Dead Calm (1989)

Recent previews of Hugh Jackman’s upcoming P.T. Barnum film, in which his wife will be played by Michelle Williams, bothered me in the pit of my stomach. The fact that actors age but their love interests are not allowed to is not news, but this is the first time that it’s happened between someone who I consider to be of “my generation” (Williams is six years older than I am, but she’ll always be Jen on Dawson’s Creek to me) and someone I consider to be of the generation that came before (Jackman is 12 years older than Williams and was, in my mind, an “adult” in the X-Men movies when Williams was still “my age” or thereabouts). Of course, this never really bothered me when I was a kid watching Dead Calm, in which leads Sam Neill and Nicole Kidman (playing his wife) are a staggering twenty years apart (Kidman even turned 20 during production!), likely because they were always from the “before” generation. Looking back now, it’s a little distracting, but that doesn’t make the film any less thrilling, creepy, and well-done.

The film opens at Christmas, when Australian Naval Officer John Ingram (Neill) detrains to find that his wife and child are not present on the platform to welcome him home. He is approached by two police officers, who take him to see his wife Rae (Kidman) in the hospital, where she is recovering from a traffic collision that took the life of their toddler son. Some time later, John has taken Rae out on their yacht, the Saracen, to recover, although she is still haunted by the image of their son as he flew through the windshield. Their calm life at sea is disrupted by the arrival of Hughie Warriner (Billy Zane in the role that won him international attention), who rows straight into their vessel from a ship he claims is sinking and unable to be salvaged, not to mention full of the bodies of his shipmates who have died of botulism. Suspicious of this story, John goes to investigate, only to discover a scene that implies Hughie may be lying, an inference that is backed up when Hughie awakes and absconds with both the Saracen and Rae, leaving the bereaved woman to fend off the madman.

This is a taut movie, full of lingering shots of the vast and empty ocean that serve to demonstrate the depth of Rae’s isolation as she is trapped aboard the Saracen and her attempts to retake the ship in order to rescue John, who is trapped aboard the other sinking vessel. John, too, must fight to keep the ship on which he is trapped afloat long enough for his wife to free herself from Hughie’s machinations and save her husband from drowning. For the first 80% of the film, all of the sound is completely diagetic: the beeping of the radar, the lapping of waves against the hull, the gentle lull of ocean winds; it’s only when John is trapped in a failing air pocket that the standard orchestral score that audiences associate with thrillers comes into play.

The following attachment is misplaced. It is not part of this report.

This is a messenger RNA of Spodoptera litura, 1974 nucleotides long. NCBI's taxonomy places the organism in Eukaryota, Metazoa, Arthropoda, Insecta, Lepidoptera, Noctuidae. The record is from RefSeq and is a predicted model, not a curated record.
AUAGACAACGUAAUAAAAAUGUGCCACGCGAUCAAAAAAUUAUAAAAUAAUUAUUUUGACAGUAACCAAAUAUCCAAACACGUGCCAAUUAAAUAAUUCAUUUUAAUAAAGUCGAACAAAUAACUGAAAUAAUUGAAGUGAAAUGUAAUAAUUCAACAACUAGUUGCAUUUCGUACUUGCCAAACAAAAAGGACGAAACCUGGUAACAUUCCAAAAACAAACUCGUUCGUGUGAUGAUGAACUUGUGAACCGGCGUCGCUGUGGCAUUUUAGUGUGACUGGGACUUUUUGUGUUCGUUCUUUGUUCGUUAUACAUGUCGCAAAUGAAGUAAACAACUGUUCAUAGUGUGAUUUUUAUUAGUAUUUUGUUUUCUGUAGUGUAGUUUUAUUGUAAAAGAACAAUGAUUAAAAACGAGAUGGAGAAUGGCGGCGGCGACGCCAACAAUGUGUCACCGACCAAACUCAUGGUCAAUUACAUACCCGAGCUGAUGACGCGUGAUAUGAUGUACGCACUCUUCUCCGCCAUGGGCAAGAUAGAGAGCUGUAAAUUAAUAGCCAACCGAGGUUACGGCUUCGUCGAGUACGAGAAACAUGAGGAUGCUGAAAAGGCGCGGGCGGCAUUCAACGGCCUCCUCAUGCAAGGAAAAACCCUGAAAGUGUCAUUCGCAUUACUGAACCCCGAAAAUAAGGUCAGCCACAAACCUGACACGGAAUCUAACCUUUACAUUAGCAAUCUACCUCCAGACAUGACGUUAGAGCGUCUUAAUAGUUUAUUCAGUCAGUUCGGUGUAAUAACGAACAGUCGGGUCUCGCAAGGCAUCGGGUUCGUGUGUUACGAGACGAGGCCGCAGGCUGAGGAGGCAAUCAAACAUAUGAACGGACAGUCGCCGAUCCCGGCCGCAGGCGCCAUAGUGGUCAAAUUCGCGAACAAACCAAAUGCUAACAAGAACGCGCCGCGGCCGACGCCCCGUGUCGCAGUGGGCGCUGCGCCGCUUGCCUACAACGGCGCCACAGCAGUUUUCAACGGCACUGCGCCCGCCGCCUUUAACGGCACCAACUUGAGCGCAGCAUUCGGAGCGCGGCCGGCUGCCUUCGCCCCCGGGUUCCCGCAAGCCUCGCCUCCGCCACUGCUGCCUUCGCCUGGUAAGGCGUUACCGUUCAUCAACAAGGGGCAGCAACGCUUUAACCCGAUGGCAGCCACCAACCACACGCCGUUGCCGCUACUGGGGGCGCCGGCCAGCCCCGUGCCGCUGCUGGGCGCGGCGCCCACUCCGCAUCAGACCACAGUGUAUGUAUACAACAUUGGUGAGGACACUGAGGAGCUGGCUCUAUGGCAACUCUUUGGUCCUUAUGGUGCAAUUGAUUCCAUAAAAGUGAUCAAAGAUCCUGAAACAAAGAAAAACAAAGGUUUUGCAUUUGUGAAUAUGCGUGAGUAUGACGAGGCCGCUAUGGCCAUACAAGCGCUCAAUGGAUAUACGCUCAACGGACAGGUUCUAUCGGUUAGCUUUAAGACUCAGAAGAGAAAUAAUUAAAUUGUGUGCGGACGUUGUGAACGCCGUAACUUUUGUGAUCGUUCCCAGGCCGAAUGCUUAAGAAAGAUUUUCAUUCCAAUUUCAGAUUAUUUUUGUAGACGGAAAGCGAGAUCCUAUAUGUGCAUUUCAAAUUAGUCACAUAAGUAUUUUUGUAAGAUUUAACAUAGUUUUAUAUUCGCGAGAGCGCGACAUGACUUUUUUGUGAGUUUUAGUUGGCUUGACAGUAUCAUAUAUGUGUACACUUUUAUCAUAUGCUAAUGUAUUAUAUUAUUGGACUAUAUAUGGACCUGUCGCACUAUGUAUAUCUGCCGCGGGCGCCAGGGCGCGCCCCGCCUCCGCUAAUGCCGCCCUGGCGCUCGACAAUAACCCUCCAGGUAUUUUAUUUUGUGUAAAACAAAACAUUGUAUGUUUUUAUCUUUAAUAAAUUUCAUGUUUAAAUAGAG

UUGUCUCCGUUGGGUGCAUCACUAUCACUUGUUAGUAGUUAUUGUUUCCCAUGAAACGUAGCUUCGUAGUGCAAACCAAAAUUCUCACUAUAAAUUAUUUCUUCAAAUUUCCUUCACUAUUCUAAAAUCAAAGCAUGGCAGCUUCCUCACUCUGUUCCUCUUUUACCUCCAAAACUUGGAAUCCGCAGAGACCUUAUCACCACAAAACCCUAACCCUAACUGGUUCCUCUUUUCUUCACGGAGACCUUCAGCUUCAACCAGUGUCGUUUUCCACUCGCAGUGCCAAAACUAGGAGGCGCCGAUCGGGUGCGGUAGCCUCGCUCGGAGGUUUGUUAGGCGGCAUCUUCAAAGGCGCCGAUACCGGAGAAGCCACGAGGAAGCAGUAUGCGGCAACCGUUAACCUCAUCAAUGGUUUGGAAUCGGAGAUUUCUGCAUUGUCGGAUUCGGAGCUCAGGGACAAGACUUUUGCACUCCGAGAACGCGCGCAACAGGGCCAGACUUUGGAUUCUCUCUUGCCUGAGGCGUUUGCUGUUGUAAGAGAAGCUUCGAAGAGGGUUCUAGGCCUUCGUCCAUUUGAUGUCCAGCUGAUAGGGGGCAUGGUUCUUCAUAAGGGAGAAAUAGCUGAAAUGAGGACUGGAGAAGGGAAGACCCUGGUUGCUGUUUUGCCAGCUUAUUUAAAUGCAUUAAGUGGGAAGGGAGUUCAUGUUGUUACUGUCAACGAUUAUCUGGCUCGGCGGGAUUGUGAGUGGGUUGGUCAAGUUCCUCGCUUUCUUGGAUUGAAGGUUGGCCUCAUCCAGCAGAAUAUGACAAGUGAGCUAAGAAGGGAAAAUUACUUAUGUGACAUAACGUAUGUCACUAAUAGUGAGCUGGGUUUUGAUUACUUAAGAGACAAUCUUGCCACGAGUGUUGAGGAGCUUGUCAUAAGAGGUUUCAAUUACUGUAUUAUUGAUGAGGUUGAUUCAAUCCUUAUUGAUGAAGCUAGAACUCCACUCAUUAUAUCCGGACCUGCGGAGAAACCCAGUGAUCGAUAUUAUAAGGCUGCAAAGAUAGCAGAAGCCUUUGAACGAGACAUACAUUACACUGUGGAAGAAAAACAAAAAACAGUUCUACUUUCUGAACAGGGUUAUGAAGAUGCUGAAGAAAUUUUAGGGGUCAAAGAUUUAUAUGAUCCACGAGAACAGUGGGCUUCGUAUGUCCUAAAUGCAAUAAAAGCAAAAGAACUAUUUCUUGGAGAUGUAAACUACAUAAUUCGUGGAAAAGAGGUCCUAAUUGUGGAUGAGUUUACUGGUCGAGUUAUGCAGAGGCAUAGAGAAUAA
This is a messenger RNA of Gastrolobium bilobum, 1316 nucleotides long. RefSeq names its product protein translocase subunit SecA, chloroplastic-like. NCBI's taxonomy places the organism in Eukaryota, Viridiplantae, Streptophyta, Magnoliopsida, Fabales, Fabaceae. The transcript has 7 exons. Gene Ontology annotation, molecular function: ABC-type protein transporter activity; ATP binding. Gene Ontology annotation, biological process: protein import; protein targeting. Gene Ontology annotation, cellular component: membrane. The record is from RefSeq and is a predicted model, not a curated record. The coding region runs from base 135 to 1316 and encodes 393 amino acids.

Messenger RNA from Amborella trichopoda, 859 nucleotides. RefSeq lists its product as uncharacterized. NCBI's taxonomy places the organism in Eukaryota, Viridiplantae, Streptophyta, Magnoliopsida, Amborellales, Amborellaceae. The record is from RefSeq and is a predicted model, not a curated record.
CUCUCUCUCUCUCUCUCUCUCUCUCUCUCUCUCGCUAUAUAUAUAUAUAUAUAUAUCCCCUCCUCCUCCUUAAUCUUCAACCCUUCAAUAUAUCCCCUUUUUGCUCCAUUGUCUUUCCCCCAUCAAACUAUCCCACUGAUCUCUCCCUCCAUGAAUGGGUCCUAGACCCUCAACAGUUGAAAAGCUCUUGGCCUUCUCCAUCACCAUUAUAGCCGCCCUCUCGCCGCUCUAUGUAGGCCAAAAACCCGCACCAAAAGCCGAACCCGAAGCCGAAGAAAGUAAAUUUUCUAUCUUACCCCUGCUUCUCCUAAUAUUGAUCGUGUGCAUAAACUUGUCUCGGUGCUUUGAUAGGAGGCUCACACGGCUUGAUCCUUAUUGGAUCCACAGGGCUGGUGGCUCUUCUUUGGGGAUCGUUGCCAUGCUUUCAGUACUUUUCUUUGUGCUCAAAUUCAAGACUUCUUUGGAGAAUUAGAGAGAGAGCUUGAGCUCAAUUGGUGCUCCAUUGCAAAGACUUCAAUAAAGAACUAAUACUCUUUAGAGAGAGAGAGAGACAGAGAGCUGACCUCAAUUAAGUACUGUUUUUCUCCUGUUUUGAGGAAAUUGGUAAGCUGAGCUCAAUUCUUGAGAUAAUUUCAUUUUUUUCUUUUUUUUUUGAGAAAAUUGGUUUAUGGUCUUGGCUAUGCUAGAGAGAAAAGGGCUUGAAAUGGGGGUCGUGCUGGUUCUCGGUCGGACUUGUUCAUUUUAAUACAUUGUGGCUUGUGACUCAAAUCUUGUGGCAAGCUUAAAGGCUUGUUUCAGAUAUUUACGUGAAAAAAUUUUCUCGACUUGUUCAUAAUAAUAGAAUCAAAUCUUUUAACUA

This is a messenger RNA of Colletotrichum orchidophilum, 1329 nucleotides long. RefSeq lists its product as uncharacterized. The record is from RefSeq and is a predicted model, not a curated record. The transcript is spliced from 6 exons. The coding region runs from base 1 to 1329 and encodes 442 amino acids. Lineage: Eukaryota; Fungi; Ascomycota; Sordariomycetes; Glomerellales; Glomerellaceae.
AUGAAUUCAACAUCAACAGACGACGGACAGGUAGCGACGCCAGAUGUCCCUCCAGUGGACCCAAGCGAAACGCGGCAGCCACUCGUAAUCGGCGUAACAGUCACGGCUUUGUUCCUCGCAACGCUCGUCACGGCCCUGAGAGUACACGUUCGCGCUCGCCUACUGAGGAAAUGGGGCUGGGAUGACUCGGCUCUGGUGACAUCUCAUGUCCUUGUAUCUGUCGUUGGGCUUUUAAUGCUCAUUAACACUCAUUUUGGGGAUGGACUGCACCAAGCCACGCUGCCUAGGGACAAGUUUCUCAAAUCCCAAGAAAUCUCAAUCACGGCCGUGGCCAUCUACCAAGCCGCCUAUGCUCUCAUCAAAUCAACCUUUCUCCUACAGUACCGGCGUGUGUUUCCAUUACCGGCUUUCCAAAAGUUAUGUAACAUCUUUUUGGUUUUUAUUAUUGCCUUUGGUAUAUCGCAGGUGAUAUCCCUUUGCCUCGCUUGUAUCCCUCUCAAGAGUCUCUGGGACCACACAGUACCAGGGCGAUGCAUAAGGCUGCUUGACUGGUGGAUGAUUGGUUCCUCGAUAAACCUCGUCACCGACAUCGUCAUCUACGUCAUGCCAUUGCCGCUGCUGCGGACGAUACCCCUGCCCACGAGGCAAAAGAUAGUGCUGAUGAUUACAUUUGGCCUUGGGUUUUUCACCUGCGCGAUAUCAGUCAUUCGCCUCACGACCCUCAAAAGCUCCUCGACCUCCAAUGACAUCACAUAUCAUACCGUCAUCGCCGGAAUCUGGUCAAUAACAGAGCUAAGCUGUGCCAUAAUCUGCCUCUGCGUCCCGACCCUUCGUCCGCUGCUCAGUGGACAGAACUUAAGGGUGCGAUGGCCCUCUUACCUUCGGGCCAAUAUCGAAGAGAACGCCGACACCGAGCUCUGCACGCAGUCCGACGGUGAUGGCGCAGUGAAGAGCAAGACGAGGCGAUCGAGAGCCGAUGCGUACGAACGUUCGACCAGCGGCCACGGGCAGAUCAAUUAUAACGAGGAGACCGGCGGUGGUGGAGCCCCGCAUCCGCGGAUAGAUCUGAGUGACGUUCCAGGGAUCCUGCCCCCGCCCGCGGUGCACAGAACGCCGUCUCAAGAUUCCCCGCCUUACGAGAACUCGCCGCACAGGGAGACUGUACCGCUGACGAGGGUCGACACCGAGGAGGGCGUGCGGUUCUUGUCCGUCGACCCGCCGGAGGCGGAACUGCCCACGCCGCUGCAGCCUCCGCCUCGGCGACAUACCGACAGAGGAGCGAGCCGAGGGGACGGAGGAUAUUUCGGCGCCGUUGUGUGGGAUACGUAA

There’s also a great inversion of the “damsel in distress” motif that was the de facto modus operandi of thrillers of the time (and before, and, to an extent, since). Rae is no pushover, as she has to use her feminine wiles to gain his trust, and never for a moment does she let her fear overwhelm either her survival instincts or her devotion to rescuing her husband. The damsel of the film is technically John, as he is the one who is in need of rescue, although he is more active in his attempts to save himself than this type of character usually is, as he works bilge pumps and restores engine operations in order to stay alive. The choice to show the couple as a pair of loving, respecting survivors of a horrific accident–we actually see their son fly through the air after the collision, which is followed by more subtle horror as the police tell John that the boy survived the impact but died before the paramedics arrived–contrasts the “dead calm” of the ocean and the Ingrams with the trauma at the beginning of the first act.

The choice to cast Zane as the antagonist was also a stroke of genius, as his pretty boy looks and his apparent irrational behavior upon the event of his “rescue” make him seem initially sympathetic. Hughie seems more like a victim of sunsickness, malnutrition, and the survivor of a traumatic incident (like the Ingrams), until he reveals his true colors. His soft performance serves as a strong contrast to his violence once it erupts, and even after he shows his true colors, he’s so cute and harmless-looking with his dark lashes and puppy dog eyes that his spiral out of control is believable but even more unsettling. This is the role that garnered him great acclaim, and it’s not difficult to see why. Kidman is also a breakout here, and she’s phenomenal. Although he’s never gone on to have as much success in his career as Kidman, at least he was only typecast as “sinister hunk on a sinking ship” rather than marrying one (if we count SeaOrg). Aside from a last-minute fakeout that this movie should be better than, this is definitely one to catch.

-Mark “Boomer” Redmond

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One thought on “Dead Calm (1989)

  1. Pingback: Dead Calm (1989) – state street press

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